Posted by: Andrew | May 7, 2008

Comscore comes out swingin’

Comscore gives a big FU to the news media on Google. Almost as amusing as the romances of Microsoft and Yahoo – but not quite.

Posted by: Andrew | May 5, 2008

Give the people what they want

Gary Vaynerchuk calls it in today’s episode of Wine Library TV when he asks, “Why should we decide?” He poses that question in regards to his upcoming tour to promote his new book of wines.

Rather than presume the best cities and dates for a successful book tour, Gary opens it up to his legions of Vayniacs to decide all of that for him. If they can arrange the dates with the bookstores in their hometowns and confirm 150 attendees per location, he’ll be there. It’s Web 2.0, as he says. The point of the Web is to let people to connect with one another and to wield control over the content and conversation. Gary clearly understands that if he cedes control to his fans, they will benefit and so will he. He’ll arrive to bookstores packed with adoring viewers, surely a win-win scenario that will give fans a chance to meet their idol and Gary a chance to sell more books. Aside from being a kind gesture, it’s also a brilliant marketing move that should result in higher conversion rates at the tour events. And really, isn’t he just recognizing the obvious – that New Media isn’t so much about the content creator as it is about the consumer? Isn’t the once-yawning gap between viewer and programmer suddenly a lot narrower? And isn’t that a beautiful thing?

Posted by: Andrew | May 5, 2008

Finally, somebody who gets it

It’s refreshing to hear big-media execs wax poetic about the “parallel” aspects of interactive and TV. Cheers to Chernin and Thompson. This is what I’m talking about: New Media and Old Media don’t need to go to war with one another. They can and should serve the same purpose: to get more high-quality content in the hands of consumers in a format they can use. And while I agree that in its current state digital distribution should not supplant traditional media, I do think that a time will come when digital will claim its larger share of the pie. This will stem partly from (1) improvements in platforms and devices used to serve and display content, (2) the evolution of advertising to behave more like content (meaning, more engaging), and (3) more advanced targeting and reporting methods.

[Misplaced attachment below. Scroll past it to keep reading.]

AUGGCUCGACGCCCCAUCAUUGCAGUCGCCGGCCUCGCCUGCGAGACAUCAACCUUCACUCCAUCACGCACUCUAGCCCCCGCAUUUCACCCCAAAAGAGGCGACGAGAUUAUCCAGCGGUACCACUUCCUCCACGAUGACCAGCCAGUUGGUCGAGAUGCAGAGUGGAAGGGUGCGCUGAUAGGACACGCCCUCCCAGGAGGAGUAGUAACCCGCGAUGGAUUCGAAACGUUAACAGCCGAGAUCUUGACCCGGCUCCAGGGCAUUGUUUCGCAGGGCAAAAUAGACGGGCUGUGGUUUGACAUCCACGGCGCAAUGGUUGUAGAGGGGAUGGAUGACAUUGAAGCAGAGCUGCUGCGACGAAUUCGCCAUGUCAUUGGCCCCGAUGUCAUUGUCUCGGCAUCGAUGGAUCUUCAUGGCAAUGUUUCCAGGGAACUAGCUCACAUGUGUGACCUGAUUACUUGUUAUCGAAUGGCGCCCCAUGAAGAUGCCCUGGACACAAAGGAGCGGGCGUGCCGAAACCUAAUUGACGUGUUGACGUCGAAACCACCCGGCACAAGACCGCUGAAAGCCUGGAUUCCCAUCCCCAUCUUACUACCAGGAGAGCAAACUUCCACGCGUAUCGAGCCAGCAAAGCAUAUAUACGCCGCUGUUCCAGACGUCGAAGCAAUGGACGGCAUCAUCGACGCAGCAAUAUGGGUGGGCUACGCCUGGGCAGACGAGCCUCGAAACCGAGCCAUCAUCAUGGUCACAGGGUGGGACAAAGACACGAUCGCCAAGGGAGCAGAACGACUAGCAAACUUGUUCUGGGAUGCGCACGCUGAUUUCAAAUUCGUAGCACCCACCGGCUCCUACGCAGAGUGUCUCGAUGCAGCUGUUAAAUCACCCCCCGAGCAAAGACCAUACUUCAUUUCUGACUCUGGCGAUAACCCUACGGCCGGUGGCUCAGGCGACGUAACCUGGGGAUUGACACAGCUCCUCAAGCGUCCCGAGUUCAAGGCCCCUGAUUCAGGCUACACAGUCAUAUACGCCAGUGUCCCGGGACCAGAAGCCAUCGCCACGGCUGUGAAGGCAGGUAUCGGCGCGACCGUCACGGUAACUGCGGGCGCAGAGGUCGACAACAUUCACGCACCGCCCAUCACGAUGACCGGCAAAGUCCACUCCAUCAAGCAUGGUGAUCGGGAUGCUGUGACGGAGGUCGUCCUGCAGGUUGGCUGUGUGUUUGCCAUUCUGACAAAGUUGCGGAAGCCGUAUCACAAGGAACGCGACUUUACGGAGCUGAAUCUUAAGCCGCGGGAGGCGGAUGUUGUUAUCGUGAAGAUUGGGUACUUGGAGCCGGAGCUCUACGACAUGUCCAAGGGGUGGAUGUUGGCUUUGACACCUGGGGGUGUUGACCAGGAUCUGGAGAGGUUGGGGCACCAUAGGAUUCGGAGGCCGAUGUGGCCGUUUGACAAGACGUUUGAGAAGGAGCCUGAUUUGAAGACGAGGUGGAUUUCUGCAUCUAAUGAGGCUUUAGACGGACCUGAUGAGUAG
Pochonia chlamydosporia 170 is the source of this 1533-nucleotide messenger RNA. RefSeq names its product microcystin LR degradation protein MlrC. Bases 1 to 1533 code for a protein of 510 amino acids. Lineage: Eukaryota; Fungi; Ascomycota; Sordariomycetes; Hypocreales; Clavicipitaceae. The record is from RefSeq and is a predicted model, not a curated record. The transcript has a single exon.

Of course, big media is still a divided house when it comes to distribution tactics, particularly in music. The record industry is still intent on suing the pants off college students, even after nearly 10 years of fighting this war – don’t they realize it’s a lost cause? Maybe they view it as a two-front battle: continue the legal crackdown while simultaneously placing content on the Web. They have part of it right – get the content out there legally and you’ll obviate the black market for this content, at least to a certain extent. But going after your consumers will only create enemies and drive them to devise more effective ways to steal your tunes. All content providers should be so lucky that million of viewers across the world are scrambling to get a piece of their work. TV and film companies are learning to embrace the consumer – why aren’t the record labels?

The labels need innovative ways to entice music lovers. And there are some good ideas coming into play. But as long as consumers face all wall, they will find ways to scale it, and piracy and illegal downloading will persist.

As far as I’m concerned, piracy is still better than the alternative situation: slumping CD sales and no activity in the online space whatsoever. Piracy proves that there’s more demand for music than perhaps ever before, and there is far more variety in the marketplace now than 10 years ago. At least we know that the record industry still has an opportunity on its hands, if it can just figure out how to close in on it.